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Seminar: Borrowing from Neighbors: Leveraging Comparative Genomics for Improved Plant Disease Resistance

Dr. James M. Bradeen, Professor and Department Head of the Department of Plant Pathology, Co-Director of the Stakman-Borlaug Center, University of Minnesota
Image: James Bradeen, University of Minnesota

Image: James Bradeen, University of Minnesota

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September 25, 2017, 3:35 PM - 4:30 PM

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Dr. Bradeen is a College of Agricultural Sciences Multicultural Diversity Fellow.

More information about James Bradeen

Abstract

Genetic disease resistance is a key component of crop production. Our research focuses on identifying, characterizing, and deploying genetic disease resistance. Across the globe, ~1,500 genebanks store crop plants and their wild relatives. These genebank collections are treasure troves waiting to be mined for traits useful for crop improvement. But traditional, phenotype-driven approaches to discover disease resistance genes, especially in crop wild relatives, have been slow and laborious, representing a bottleneck in crop improvement.

Across all plant species, approximately 75 percent of cloned disease resistance genes encode proteins of the nucleotide binding-leucine rich repeat (NB-LRR) superfamily. NB-LRR proteins act as sentinels and switches in plants, constantly on the lookout for pathogens (the role of sentinel) and activating resistance response as needed (the role of switch). NB-LRR genes evolve rapidly in response to pathogens, and plant genomes contain dozens to hundreds of NB-LRR genes. These characteristics have been impediments to comparative genomics approaches. In this study, we developed an informatics pipeline that allows comparison of NB-LRR genes across plant families.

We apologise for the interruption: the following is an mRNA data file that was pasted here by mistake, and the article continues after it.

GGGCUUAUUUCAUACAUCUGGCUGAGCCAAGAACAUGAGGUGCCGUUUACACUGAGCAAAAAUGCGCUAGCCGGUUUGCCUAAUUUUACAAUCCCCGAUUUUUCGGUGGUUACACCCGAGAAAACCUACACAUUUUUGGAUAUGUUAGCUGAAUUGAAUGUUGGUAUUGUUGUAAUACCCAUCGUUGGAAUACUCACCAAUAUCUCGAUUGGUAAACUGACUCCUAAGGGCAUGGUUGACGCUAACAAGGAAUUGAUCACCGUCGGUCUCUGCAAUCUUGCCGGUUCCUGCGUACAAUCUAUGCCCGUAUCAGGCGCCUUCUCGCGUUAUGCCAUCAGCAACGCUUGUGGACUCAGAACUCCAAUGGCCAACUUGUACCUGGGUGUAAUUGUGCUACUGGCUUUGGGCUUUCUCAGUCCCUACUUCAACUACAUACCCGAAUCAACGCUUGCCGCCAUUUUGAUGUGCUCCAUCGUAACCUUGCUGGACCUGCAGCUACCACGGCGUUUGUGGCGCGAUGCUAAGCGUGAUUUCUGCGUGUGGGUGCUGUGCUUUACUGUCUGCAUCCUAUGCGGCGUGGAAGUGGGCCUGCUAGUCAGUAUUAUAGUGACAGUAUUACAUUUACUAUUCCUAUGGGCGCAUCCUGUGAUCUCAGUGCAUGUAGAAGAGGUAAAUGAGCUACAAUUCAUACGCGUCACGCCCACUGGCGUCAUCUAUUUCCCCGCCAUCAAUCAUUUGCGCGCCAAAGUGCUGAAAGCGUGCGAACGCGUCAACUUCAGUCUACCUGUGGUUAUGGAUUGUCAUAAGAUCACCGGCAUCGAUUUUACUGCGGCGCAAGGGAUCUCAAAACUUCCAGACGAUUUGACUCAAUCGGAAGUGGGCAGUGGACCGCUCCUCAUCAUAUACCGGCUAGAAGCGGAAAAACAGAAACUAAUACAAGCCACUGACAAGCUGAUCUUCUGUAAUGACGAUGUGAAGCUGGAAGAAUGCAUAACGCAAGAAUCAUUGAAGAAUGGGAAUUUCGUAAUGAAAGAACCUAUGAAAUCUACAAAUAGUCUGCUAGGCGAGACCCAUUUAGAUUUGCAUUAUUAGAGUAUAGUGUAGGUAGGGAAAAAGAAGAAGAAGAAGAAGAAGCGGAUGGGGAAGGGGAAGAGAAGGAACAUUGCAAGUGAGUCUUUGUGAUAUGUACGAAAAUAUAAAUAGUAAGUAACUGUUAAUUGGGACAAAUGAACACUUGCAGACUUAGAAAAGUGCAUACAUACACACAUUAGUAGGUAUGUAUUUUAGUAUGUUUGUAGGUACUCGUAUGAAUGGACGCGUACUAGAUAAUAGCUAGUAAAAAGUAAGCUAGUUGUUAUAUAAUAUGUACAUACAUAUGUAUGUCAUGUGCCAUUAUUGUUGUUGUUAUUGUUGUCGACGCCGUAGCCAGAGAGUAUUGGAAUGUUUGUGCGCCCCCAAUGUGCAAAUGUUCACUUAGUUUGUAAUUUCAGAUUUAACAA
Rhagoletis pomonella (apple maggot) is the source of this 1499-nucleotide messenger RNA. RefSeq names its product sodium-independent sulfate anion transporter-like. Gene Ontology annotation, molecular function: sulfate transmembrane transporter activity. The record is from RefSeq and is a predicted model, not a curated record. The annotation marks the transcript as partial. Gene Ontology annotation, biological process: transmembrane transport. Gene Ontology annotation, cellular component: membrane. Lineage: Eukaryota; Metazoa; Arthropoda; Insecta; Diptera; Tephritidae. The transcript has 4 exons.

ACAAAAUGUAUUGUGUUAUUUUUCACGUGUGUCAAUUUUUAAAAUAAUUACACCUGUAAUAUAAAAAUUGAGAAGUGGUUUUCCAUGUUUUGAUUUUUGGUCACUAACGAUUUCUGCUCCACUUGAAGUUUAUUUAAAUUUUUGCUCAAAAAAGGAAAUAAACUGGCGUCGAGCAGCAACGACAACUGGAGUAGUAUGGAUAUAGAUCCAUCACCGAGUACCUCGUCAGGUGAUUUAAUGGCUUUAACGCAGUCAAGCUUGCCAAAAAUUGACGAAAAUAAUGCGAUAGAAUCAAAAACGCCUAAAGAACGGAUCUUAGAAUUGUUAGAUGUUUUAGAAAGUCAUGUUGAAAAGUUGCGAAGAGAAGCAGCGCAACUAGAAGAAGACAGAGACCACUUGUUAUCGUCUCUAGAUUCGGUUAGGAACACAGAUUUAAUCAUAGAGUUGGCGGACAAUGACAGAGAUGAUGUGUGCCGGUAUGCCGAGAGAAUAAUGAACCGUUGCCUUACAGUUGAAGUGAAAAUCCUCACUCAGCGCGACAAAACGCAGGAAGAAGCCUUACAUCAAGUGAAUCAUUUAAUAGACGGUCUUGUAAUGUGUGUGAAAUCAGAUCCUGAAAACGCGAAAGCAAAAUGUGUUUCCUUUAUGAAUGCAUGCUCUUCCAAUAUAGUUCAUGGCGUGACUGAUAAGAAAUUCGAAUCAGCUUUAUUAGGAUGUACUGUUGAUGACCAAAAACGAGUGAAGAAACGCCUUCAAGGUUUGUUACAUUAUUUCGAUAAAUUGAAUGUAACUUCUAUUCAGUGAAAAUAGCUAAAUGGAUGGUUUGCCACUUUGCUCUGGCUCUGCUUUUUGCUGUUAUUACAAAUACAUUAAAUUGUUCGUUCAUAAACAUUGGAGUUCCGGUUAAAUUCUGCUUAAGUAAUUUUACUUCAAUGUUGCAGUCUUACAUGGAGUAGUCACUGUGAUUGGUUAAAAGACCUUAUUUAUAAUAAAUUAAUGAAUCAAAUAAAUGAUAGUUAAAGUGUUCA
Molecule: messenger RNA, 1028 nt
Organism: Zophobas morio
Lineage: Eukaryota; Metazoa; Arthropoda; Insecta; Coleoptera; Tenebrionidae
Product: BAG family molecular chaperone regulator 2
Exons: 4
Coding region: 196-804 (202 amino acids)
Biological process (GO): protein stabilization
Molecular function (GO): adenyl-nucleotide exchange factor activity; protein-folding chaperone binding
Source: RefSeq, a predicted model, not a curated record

Working in the Rosaceae, we have assembled a data set of nearly 2,500 NB genes from the genomes of 12 different species. Using a custom pipeline and a ‘diversity binning’ approach, we have collapsed computationally redundant diversity and completed phylogenetic analyses. Our results reveal nine ancient NB lineages that date to at least one hundred mya. As expected, NB gene representation varies substantially across plant species, but with few exceptions all NB lineages are represented across all species. Patterns of NB gene distribution reflects species phylogenies, with more closely related plant species sharing more NB lineages in common. Overall, our data reveal rapid rates of evolution at NB loci, consistent with variable and intense pathogen pressures. Intriguingly, a small number of NB genes are slow evolving and are shared across distantly related plant taxa. We hypothesize that patterns of NB diversification across plant species provides evolutionary clues to function, a hypothesis we are testing using the apple/apple scab (Venturia inaequalis) pathosystem. In the next phase of this project, we will optimize sequence-capture approaches to generate NB sequence data from genebank collections and species lacking reference genome sequences. Immediately applicable to marker assisted breeding for improved rose black spot (Diplocarpon rosae) resistance, this approach paired with our comparative informatics pipeline can reveal novel allelic diversity that can inform subsequent phenotypic testing—providing opportunity to rapidly identify useful NB-LRR alleles in genebank collections.

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814-865-7448